Robin Maddock's second book is a continuation of his work on aspects of everyday English society, in the city where he has had family all his life, the south western port of Plymouth. The title 'God Forgotten Face' is derived from the Philip Larkin poem of the town 'Plymouth' written in 1945, and the words 'Last kingdom of a gold forgotten face...'. Plymouth itself has long been an overlooked place, and in the minds of Londoners often confused with the other sea town of Portsmouth.
Long since the Pilgrim Fathers set sail without looking back, mythic history has played out here. This book is about a particular loss of time and place, and an English way of addressing this. Plymouth is a post-war city of evolving new economies, the contradictions are all here: 'Francis Drake' is a shopping mall and what was the 'Royal Sovereign' pub on Union St. is now the 'Firkin Doghouse'.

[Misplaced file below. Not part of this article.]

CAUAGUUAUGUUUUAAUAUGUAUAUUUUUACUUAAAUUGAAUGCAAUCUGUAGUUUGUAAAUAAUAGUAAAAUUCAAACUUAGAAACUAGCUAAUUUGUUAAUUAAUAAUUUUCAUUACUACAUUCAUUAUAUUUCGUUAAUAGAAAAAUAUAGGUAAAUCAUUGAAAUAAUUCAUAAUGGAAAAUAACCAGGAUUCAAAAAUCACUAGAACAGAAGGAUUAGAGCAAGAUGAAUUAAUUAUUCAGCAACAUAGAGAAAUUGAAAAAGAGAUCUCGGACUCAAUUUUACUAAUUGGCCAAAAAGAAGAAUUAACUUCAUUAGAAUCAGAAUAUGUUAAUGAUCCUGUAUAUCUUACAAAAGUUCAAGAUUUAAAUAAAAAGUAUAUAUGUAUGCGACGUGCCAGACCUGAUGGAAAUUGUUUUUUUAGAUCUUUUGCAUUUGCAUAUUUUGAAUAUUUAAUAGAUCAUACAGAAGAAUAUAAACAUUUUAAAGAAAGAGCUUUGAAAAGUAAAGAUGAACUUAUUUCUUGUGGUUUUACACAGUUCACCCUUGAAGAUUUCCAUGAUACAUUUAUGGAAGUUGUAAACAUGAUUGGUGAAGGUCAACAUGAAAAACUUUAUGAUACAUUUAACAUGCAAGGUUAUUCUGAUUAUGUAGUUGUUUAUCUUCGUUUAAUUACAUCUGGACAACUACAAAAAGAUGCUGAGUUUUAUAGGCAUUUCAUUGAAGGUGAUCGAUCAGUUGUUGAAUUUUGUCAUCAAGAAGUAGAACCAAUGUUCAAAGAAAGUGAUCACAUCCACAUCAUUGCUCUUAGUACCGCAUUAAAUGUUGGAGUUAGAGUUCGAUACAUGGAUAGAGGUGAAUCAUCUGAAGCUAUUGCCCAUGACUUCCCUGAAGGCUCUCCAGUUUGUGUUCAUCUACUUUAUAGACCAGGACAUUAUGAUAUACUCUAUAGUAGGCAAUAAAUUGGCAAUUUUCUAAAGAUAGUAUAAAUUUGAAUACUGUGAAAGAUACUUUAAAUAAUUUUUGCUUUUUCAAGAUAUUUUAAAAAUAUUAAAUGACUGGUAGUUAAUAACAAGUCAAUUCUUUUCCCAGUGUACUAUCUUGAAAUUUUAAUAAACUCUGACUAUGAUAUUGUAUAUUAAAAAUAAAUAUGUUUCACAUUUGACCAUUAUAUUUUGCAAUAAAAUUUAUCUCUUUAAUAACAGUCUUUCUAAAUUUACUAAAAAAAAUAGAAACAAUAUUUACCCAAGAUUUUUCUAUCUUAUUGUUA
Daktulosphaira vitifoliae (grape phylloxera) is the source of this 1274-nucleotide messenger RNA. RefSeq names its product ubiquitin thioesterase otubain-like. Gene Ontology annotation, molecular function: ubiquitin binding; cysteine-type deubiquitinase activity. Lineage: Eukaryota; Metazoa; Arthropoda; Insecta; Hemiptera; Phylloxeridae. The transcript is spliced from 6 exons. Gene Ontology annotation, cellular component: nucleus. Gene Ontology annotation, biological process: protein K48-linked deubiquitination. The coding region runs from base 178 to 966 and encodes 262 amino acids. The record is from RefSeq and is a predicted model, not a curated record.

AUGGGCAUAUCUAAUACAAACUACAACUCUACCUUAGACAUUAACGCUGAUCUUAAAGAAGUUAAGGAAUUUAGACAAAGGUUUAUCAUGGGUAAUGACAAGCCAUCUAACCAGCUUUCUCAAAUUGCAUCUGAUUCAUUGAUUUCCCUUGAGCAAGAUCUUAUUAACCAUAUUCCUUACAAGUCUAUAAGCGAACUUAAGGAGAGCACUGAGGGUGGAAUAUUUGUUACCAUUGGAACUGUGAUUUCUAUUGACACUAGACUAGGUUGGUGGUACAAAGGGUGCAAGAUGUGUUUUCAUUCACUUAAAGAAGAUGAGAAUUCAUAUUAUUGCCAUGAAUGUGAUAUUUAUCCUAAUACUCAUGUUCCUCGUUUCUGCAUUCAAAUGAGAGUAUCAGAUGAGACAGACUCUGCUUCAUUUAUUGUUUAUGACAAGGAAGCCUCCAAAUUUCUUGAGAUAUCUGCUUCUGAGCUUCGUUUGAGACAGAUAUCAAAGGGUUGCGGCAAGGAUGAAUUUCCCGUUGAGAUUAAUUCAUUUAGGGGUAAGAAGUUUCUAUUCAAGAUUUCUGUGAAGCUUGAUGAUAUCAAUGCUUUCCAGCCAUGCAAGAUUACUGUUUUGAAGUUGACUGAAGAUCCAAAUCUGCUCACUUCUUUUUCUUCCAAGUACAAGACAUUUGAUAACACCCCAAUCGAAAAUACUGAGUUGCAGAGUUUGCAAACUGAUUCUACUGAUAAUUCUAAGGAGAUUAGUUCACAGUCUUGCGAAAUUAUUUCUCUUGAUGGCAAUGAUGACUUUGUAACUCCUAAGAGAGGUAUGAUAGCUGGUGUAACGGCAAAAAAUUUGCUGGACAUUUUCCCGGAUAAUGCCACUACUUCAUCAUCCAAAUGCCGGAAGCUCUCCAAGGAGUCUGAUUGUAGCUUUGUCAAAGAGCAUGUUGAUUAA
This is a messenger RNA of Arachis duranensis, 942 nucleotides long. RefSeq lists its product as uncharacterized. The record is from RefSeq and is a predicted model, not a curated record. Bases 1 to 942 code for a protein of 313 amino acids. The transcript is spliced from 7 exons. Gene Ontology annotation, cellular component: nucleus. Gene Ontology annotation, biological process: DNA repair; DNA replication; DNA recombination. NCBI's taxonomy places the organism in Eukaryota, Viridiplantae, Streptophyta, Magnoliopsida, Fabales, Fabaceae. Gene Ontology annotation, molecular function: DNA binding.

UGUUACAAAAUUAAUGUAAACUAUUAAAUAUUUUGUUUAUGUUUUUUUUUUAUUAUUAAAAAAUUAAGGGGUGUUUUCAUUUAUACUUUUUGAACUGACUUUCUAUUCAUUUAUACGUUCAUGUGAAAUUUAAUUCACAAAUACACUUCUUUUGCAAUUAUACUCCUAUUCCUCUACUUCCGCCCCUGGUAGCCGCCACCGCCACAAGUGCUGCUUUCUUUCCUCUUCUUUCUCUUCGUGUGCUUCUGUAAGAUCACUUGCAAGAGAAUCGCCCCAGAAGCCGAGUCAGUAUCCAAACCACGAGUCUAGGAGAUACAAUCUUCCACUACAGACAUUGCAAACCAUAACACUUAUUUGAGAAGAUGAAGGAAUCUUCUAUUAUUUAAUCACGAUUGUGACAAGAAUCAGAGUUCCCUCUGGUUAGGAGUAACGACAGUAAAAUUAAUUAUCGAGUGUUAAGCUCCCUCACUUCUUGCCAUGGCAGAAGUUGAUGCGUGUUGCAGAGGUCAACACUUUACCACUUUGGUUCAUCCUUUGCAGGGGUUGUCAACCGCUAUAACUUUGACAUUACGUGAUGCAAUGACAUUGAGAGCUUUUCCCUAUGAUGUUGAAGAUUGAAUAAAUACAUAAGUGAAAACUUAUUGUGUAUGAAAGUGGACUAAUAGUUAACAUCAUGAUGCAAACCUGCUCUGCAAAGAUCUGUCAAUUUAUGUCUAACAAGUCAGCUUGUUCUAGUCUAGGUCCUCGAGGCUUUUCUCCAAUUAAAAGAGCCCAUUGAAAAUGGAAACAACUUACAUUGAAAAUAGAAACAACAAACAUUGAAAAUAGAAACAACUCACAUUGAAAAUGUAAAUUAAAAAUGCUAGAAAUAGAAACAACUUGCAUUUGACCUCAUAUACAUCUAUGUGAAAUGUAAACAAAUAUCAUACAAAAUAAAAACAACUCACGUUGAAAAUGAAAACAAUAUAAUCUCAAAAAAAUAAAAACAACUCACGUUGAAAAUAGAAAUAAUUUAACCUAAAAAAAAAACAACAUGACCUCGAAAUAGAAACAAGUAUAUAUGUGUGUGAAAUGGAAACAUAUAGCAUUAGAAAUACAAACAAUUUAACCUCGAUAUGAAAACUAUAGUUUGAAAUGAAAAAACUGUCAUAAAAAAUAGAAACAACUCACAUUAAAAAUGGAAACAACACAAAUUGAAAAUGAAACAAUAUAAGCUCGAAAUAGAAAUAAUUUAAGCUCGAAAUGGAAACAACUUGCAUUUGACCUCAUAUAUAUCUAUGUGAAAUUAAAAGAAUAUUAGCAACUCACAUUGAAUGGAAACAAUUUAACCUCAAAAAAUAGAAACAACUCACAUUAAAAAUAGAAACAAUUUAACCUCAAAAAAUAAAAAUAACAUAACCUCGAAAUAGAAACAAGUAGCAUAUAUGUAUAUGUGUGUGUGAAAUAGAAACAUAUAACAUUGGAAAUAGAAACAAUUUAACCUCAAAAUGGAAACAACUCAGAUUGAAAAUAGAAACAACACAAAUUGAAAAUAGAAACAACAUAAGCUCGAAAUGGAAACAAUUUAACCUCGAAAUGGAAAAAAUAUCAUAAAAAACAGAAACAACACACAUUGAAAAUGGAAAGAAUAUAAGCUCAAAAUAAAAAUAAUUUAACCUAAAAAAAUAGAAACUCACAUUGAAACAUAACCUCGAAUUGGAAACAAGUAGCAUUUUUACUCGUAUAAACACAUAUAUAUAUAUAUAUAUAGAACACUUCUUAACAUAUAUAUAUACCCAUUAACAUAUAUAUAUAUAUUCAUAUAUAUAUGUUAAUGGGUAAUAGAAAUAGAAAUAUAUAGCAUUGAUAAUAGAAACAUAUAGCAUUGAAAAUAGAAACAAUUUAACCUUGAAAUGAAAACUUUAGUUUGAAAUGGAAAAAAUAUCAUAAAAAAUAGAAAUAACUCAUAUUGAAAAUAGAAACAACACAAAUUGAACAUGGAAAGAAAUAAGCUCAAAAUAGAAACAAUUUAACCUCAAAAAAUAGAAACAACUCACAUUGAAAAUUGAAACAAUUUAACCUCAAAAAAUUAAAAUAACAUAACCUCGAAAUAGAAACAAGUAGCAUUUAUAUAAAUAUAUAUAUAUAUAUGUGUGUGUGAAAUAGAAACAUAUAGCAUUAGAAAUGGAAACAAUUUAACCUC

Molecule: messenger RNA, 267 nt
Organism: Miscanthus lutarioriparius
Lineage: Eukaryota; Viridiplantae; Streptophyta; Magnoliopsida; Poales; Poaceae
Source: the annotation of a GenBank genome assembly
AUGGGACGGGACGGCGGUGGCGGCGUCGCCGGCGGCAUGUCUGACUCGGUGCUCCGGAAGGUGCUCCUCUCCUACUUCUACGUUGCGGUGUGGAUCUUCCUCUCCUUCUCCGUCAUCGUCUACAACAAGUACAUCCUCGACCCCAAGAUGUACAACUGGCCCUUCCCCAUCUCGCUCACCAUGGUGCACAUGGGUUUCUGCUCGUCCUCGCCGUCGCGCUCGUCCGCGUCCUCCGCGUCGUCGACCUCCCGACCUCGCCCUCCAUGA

This book is Maddock's personal reflection on coming back for two years in the town, and a wider commentary on a society economically and culturally isolated since the decline of the navy. His account aims to address the dismantling of the author's own preconceptions, from motivations set in motion through the strength of childhood memories.
Owen Hatherley contributes with an essay on Plymouth as a Blitzed city, drawing on the city's architectural fabric and what it means for its future.